The Foreign Service is not responsible if the following information on entry regulations or visa requirements is changed at short notice. It is the responsibility of the traveler to ensure that travel documents are valid for entry and to familiarize themselves with the current entry rules for each country.

In order to combat the spread of covid-19, Maldivian authorities have imposed strict entry restrictions. Travelers who have been to the following countries are denied entry into the Maldives:

  • China, as of February 4, 2020
  • Iran, as of February 26, 2020
  • Korea (Daegu, Busan, Gyeonbuk and Gyeongnam), March 3, 2020
  • Italy, March 8, 2020
  • Bangladesh, from 10 – 24 March 2020
  • Spain, as of March 15, 2020
  • France, March 15, 2020
  • Germany (Bavaria, North Rhine-Westphalia and Baden-W¨¹rttemberg), as of March 15, 2020
  • Malaysia, March 17, 2020
  • United Kingdom, March 19, 2020
  • Sri Lanka, March 21, 2020

The ban also applies to travelers who have been in transit in or been to one of the countries mentioned in the last 14 days. Authorities have also temporarily suspended cruise ships and other passenger boats from adding quays to the Maldives. Foreigners living in the Maldives who have been in the above countries will enter the country, but will be imposed 14 days with quarantine upon arrival.

The authorities also prohibit travel between resorts and islands, this does not apply to tourists who are on their way to the airport to leave the country.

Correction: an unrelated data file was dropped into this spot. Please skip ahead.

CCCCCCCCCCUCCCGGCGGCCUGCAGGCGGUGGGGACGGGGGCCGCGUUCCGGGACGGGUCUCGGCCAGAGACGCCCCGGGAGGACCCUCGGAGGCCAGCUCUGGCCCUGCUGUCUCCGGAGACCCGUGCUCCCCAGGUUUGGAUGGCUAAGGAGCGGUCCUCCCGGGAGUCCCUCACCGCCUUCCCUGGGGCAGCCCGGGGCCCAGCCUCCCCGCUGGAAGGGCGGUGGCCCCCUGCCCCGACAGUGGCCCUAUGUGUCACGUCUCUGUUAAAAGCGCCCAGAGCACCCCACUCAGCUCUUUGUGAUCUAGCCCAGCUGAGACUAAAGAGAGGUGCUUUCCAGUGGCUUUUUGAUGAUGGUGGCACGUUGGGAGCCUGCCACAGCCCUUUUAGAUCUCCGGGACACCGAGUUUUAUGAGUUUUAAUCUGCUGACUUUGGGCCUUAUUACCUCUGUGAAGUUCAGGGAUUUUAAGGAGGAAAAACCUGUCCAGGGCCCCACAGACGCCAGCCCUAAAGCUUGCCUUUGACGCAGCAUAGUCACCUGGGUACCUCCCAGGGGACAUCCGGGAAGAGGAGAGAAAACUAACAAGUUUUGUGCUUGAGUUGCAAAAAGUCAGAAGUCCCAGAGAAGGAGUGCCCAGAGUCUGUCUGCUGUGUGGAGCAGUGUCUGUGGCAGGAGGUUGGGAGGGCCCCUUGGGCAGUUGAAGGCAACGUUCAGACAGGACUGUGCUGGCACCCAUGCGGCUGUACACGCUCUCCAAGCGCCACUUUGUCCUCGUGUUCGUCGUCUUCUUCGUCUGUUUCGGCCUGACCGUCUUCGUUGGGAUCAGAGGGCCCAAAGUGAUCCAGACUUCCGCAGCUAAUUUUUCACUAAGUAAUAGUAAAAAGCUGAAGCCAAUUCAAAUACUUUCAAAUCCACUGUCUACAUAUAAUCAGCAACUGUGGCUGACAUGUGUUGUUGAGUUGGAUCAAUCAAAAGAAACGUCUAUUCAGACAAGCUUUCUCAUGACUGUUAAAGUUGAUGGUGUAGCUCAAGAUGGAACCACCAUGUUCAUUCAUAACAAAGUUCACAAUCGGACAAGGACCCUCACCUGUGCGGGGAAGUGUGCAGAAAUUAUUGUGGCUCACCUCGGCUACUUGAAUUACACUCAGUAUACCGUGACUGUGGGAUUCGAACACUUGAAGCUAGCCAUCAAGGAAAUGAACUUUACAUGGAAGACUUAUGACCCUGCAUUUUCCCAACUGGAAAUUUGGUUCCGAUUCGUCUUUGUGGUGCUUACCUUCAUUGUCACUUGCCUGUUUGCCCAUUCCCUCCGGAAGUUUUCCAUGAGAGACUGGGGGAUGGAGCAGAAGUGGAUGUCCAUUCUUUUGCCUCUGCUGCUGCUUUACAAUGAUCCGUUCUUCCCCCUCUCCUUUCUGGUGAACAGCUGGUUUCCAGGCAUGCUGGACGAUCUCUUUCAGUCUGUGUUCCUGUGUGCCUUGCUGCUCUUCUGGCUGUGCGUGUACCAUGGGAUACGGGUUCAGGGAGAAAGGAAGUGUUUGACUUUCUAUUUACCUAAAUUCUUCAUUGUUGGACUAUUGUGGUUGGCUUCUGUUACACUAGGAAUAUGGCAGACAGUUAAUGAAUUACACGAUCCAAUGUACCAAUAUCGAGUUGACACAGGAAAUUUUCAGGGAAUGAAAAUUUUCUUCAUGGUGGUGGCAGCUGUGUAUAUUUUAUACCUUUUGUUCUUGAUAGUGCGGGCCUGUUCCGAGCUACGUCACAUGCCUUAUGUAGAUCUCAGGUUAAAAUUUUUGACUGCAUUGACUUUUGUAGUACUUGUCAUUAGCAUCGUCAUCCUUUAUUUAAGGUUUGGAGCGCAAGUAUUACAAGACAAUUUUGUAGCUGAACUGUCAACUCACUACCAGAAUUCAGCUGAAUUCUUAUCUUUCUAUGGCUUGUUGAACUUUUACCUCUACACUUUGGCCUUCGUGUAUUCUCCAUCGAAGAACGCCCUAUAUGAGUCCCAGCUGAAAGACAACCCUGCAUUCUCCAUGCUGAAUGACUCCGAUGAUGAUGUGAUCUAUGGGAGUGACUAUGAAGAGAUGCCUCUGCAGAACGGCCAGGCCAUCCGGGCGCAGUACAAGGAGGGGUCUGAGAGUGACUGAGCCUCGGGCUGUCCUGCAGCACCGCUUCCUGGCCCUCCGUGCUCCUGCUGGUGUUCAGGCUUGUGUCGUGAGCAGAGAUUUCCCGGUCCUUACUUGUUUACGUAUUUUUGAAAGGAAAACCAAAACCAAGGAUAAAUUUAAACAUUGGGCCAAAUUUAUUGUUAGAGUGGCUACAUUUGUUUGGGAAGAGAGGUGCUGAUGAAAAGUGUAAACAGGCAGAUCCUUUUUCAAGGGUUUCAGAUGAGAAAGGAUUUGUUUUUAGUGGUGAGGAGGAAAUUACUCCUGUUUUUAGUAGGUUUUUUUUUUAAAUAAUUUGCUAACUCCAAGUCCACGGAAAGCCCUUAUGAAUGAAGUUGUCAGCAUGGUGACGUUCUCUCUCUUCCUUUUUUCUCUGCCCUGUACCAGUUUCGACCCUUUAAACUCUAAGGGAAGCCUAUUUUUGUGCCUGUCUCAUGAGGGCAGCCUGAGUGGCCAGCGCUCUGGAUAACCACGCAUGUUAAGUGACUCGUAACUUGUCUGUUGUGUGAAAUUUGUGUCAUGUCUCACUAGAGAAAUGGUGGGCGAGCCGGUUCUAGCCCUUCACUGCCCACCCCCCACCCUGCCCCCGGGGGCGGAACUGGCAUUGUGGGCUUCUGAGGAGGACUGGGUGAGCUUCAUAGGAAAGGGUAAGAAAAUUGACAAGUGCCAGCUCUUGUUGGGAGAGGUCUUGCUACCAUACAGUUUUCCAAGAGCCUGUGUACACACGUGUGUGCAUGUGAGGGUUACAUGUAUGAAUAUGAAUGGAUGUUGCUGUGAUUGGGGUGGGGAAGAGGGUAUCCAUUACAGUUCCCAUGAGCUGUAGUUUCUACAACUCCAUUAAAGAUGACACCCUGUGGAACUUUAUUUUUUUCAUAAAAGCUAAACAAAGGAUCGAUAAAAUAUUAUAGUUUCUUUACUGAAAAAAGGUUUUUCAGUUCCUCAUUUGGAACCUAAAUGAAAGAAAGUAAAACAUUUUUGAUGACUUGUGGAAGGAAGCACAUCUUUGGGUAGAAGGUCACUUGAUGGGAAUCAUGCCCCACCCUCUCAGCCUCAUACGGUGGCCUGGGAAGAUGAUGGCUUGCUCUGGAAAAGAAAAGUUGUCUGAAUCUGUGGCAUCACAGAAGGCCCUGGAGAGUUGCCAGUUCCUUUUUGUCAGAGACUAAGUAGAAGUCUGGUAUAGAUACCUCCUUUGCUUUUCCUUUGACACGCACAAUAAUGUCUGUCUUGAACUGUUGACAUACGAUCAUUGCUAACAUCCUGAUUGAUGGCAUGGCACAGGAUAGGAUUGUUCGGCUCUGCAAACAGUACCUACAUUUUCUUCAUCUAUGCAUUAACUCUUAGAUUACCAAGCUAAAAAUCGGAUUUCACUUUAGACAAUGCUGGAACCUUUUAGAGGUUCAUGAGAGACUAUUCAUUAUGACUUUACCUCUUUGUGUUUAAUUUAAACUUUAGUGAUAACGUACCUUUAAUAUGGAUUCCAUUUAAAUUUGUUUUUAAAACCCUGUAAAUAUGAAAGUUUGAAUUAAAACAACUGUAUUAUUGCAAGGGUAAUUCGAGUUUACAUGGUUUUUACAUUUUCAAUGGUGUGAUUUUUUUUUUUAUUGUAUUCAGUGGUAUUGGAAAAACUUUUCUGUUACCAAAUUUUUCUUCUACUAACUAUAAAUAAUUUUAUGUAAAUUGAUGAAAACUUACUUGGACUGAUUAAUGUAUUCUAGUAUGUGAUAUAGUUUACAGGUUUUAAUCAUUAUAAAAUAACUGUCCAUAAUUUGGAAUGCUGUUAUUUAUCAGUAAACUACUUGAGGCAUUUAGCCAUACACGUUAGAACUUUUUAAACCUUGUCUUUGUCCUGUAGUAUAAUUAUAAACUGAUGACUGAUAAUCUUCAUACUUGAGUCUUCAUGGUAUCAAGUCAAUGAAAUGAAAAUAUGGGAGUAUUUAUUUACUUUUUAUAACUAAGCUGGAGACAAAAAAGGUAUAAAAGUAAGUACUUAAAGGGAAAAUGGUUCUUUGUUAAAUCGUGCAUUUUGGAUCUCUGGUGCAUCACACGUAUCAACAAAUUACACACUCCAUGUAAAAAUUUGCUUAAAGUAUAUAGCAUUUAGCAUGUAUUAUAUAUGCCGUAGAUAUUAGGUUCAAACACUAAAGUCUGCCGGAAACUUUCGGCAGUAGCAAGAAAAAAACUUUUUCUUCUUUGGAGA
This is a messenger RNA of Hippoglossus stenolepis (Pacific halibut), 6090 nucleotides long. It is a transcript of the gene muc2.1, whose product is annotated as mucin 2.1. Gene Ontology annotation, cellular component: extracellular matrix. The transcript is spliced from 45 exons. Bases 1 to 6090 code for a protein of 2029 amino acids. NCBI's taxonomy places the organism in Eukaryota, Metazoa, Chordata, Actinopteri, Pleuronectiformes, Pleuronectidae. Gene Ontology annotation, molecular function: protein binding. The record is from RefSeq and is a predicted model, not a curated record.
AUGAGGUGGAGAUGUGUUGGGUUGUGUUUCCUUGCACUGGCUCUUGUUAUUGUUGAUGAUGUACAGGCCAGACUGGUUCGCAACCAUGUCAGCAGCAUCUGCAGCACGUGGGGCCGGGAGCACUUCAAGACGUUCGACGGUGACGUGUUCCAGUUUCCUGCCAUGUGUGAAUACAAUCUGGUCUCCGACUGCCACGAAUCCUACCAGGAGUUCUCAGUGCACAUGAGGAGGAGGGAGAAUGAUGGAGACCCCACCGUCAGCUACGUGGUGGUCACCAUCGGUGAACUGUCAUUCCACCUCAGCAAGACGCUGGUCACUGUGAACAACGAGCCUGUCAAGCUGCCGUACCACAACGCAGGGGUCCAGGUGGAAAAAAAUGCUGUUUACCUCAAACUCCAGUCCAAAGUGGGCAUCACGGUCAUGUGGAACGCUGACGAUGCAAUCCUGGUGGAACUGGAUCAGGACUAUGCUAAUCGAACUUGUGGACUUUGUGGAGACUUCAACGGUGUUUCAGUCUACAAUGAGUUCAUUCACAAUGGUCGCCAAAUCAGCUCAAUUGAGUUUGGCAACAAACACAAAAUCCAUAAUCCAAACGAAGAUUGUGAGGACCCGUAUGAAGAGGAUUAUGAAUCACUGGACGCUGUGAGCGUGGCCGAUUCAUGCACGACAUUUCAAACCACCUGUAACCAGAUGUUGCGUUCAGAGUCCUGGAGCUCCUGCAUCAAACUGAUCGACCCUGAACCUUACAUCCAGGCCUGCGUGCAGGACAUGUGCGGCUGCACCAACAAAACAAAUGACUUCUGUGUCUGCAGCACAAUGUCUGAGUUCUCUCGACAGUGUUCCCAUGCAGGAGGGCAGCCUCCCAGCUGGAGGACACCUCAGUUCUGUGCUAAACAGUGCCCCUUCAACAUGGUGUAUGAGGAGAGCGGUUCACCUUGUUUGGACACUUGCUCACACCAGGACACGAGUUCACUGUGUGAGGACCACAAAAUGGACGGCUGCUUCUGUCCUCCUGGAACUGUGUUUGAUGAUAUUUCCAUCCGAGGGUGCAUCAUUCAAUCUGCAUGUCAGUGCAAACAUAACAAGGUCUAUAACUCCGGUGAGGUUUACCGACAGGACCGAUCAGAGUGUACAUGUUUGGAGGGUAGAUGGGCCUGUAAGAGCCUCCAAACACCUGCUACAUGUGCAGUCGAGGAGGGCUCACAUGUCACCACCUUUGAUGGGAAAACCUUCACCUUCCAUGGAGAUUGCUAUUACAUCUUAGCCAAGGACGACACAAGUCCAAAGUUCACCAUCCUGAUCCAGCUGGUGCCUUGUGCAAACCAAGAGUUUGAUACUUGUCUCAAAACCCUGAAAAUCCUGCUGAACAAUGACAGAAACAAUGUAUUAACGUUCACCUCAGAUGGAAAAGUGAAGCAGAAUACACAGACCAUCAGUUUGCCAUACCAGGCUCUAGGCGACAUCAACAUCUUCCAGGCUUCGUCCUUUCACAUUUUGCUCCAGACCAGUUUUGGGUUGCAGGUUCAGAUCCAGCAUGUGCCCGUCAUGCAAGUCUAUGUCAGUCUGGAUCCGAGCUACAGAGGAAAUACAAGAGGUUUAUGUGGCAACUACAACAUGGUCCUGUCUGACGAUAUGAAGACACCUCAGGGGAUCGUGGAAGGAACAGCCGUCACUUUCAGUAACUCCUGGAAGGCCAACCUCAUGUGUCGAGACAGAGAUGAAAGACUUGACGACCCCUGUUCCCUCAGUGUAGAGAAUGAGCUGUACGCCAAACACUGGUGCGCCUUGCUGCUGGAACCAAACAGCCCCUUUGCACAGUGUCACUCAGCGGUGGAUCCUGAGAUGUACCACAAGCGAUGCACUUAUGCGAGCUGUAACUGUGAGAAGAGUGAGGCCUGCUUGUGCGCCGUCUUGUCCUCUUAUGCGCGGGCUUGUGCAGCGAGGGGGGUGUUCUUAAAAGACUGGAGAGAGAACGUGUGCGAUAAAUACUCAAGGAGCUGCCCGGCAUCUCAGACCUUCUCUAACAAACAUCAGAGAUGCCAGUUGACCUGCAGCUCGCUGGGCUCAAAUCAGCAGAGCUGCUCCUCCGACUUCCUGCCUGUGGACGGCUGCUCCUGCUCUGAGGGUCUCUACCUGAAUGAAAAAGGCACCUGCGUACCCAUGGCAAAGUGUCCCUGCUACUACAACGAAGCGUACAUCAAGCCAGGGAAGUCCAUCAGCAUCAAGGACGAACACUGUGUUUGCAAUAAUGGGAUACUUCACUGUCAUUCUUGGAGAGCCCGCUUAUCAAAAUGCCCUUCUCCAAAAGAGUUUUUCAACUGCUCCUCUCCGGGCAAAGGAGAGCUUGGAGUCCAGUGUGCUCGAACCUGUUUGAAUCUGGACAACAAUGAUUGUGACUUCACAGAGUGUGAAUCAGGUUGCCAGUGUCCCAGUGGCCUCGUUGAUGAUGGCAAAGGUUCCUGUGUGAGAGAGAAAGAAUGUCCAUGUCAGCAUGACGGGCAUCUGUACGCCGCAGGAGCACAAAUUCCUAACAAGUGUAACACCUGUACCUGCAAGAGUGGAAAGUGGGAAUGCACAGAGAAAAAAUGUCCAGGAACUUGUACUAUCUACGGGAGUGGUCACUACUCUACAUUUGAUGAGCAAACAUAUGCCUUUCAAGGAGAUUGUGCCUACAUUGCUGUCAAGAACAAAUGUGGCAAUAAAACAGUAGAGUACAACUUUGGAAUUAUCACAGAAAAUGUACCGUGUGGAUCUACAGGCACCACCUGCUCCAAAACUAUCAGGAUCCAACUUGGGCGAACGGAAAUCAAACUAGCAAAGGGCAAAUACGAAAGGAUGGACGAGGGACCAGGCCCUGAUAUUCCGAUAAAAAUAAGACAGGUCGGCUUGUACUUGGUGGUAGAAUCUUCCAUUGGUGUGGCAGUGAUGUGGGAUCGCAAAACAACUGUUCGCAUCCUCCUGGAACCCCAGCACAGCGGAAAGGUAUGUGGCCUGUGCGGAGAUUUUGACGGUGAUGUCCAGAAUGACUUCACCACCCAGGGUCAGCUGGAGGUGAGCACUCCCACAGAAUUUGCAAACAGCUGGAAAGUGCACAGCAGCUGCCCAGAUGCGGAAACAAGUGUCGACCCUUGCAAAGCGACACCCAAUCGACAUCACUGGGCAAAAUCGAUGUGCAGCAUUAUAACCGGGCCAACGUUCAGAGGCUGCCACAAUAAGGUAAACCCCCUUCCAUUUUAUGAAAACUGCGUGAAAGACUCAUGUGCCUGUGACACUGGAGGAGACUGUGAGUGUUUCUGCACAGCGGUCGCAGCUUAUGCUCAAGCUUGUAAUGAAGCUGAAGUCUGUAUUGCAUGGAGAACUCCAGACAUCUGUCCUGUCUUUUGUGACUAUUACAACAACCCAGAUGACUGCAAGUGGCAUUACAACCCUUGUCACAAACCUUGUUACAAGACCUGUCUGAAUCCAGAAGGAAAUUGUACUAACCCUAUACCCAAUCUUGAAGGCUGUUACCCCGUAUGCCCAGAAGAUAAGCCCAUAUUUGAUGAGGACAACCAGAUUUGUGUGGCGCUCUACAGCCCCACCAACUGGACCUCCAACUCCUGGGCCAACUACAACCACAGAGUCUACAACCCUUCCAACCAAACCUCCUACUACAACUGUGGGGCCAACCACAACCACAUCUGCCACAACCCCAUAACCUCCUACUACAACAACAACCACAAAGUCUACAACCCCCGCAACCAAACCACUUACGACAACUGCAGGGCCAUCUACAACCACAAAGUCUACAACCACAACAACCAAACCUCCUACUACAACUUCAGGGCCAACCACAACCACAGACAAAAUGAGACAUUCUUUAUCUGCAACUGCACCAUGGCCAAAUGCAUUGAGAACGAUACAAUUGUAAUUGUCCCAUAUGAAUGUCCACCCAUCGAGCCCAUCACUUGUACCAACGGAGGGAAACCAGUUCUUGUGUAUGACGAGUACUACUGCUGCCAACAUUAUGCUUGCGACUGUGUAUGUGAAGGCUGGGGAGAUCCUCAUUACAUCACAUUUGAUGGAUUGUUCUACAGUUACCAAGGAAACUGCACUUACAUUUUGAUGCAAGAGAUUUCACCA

All Norwegians traveling in the Maldives are encouraged to return home as soon as possible, in a safe and quiet manner, in consultation with their travel or airline. Norwegian citizens living in Maldives should heed the advice and guidance of local authorities. Feel free to contact your insurance company and any Norwegian employer for their advice and recommendations. If you have questions about how covid-19 affects Norwegians on travel, read more on the pages about coronavirus.

When traveling to Maldives, you must have a valid, machine-readable passport and visa. Passport must be valid for more than six months.

If you come to work in the Maldives, a visa must be arranged through the employer before entering.

Updated Maldives entry rules can be found on the Maldives Ministry of Foreign Affairs website.

Maldives import regulations can be found on the Maldives Customs Service website.


Coronavirus (covid-19): A viral disease originating in the Chinese city of Wuhan has been detected in the Maldives. Maldivian authorities declared state of emergency in health sector on March 12, 2020 due to pandemic.

The number of covid-19 infected is rapidly increasing, and the authorities have therefore introduced a 14-day lockdown for the entire country from 17 April. Several islands are under strict observation due to suspected infection. Authorities regularly update the list of islands under observation. More information about covid-19 in the Maldives can be read at Covid-19 local updates.

The government has established three influenza clinics in Mal¨¦ for testing covid-19. These are:

  1. Senahiya military hospital at Moonlight Hingun which is for people showing symptoms of the virus but without a history of travel for the last 14 days to countries with proven outbreak of covid-19.